I was going to write about my mom today. However, after spending the afternoon with my papaw, who is in failing health. I decided that I should write about him. (Sorry Moma, next week.)
On June 28, 1915, Grady Montgomery Holland was born to Jerry & Hettie Holland, farmers and gardeners and "folks that took care of what they had." World War 1 had been well underway as it began in 1914, with three years left to go. Woodrow Wilson was President.
Growing up in Franklin, life was slow, but hard. In a world of farming, gardening and manual labor, there was always something for Papaw and his five siblings to do around the house. In 1929, life got even harder. The stock market crashed which led the nation and eventually the world into what we know as The Great Depression. Papaw was 14. The nation emerges from the Depression in 1939. But its celebration was short lived as Hitler invaded Poland, thus the beginnings of World War II. Papaw was 24.
In 1942, Papaw was drafted to serve in WWII. He trained at Fort Benning then he was able to come back to Franklin for a 30-day furlow. It was 1943. While he was home, he met a man who invited him over for supper and to "make music" at his house. Papaw went and met Betty Stewman, one of man's daughters. (She is now referred to as Mamaw.) At the end of the month, Papaw went to New York where he and his fellow soldiers sailed to England, a sail of 21 days.
While in the Army, Papaw was a sharp-shooter. His friend, Cotton, was the driver of his tank. They were best friends while serving. We all have heard many stories of their friendship, camaraderie and mischief. Cotton is a familiar name in Papaw's house. Papaw served in Germany from 1942-1945 when the war ended.
Papaw & Mamaw got married after the war, they moved around to here and there, and settled into Franklin to begin their family. Together they have four children: Daddy, Randy, Marianna, & Jesse and their family has continued to grow. Papaw & Mamaw have 4 children, 12 grandchildren and 18 great-grandchildren, all because two people fell in love. We are all thankful for the investment that these two have poured into the life of our family. To us, they are our Legacy.
Throughout his 95.5 years, Papaw has seen 22 different men take the office of the President of the United States (16 of which he was able to vote.)
Recently, on Veteran's Day 2010, Papaw was presented with his medal he had earned while in service.
After WWII, Papaw had the option of staying longer to receive his medals or to go home. As many others, he opted to go home, to see his family and live a civilian life. Finally, 64 years later, Papaw was presented with five medals. He was presented with the flag that had flown over the State Capitol on behalf of the North Carolina State Congressman, Heath Shuler.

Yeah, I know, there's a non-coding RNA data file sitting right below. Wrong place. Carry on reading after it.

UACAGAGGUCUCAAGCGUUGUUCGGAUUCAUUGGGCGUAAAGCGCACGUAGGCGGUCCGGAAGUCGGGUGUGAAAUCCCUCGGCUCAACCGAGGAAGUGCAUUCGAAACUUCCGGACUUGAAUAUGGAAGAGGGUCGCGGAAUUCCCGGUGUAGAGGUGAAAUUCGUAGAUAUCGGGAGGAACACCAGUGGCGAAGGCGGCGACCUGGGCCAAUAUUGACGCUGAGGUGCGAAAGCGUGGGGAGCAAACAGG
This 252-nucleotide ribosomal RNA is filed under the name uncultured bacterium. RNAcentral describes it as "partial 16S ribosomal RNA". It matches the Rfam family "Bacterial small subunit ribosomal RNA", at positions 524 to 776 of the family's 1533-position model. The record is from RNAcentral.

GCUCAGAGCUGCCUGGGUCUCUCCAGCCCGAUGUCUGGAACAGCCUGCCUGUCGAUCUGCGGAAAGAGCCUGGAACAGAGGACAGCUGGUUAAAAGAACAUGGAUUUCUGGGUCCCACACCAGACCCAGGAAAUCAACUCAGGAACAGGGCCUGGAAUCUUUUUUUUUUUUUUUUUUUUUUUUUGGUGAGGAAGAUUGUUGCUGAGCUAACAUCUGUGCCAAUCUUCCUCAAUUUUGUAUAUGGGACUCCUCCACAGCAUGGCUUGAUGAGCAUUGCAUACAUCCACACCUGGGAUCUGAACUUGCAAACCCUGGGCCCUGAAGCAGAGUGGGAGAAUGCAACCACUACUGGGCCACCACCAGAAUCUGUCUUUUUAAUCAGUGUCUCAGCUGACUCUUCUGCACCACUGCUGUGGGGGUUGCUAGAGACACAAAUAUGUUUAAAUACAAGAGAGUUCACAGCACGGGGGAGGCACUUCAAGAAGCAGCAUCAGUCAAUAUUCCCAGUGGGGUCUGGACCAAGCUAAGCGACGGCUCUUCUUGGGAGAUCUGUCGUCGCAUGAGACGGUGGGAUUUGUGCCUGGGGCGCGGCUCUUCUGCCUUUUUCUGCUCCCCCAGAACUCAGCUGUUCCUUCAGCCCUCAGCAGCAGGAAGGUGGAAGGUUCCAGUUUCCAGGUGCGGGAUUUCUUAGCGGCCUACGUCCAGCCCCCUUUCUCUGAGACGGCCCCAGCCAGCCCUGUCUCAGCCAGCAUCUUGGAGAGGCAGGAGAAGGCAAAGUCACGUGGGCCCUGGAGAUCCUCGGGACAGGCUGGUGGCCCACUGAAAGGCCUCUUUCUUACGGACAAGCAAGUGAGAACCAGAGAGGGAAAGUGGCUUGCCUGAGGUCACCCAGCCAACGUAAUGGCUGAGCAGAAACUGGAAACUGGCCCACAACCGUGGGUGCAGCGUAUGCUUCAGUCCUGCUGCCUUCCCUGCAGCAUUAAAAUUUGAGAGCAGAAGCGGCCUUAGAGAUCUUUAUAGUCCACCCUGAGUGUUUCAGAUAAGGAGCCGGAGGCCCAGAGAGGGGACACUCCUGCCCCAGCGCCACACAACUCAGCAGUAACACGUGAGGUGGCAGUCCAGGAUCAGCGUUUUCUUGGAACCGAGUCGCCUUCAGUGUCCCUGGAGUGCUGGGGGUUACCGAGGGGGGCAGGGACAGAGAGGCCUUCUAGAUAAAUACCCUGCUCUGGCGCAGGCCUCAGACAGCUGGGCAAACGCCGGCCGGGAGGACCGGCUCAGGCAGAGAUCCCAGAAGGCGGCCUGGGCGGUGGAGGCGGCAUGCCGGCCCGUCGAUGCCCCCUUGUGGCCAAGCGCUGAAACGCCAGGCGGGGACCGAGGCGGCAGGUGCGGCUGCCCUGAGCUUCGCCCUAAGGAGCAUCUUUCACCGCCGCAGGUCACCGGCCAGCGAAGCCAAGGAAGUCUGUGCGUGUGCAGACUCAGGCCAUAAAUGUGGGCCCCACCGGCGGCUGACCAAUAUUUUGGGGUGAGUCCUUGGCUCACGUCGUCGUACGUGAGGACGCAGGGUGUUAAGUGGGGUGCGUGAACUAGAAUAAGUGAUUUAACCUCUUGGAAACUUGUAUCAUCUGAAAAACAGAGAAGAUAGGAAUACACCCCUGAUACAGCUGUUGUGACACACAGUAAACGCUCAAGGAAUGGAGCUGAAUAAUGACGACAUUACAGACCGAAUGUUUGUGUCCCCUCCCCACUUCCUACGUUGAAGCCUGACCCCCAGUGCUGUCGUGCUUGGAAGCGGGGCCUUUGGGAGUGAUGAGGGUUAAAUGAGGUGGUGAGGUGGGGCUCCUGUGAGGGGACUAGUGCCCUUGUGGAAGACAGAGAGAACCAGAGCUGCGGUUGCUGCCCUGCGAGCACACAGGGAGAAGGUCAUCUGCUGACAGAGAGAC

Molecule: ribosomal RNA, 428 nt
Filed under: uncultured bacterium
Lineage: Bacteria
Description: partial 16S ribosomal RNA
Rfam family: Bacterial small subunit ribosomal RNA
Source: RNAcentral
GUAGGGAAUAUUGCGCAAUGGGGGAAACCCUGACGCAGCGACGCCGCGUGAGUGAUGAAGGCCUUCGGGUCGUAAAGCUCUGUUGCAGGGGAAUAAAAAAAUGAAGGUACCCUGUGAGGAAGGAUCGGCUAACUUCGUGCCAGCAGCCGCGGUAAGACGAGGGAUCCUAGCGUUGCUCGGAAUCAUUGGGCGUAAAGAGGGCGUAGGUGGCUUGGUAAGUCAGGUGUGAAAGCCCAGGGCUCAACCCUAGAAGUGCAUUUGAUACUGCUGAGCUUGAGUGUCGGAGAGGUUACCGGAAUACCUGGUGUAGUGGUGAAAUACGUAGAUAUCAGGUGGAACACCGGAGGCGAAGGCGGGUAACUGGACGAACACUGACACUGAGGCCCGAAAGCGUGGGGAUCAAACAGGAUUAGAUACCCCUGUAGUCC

Several of our family were able to make it and watch on as Papaw accepted his medals and flag. It was a proud moment to be able to watch the man who has invested into all of us in so many ways receive something that is to be valued, appreciated, and respected.
Today, Papaw is in failing health. Matt and I had a visit with him this afternoon. He was doing relatively well considering he is 95 years old, but since Christmas he has really gone down hill. He is pretty much bedridden at this time and it looks as if Hospice will be coming in this week to help Mamaw with the lifting, moving around, etc that Mamaw is struggling to do on her own. I know it is only a matter of time as to when Papaw will be taking his last breath here on earth and his first in the presence of our Lord. But in the meantime, any prayers for his comfort and Mamaw's strength would greatly be appreciated.
As a family, we are so proud of Papaw, regardless to what he is to each of us: Husband, Daddy, Papaw.
A couple years ago on a trip to the top of the mountain.
Papaw and I at Nancy & Brandon's Bridal Shower
Papaw and Mamaw at Nancy's wedding.
Veteran's Day about 3-4 years ago.
Veteran's Day 2010
Mom & Papaw
Papaw and I at the Parade
Obviously, this is Papaw's 93rd Birthday cake.
(That's Mamaw & Papaw's picture when they were younger on the Right.)
(I must give credit to my sister, Nancy, for the majority of this post. Nancy already had Papaw's life chronicled on her blog, so I borrowed from her. You may see her posts here.)
(Schmaltzy Sunday is where I write with "cheesy sentiment" about a person, place or thing that means a whole-heck-of-a-bunch to me. More than likely this person, place or thing has helped to mold me into the person I am today. To find out more on what Schmaltzy Sundays are about, read this post. )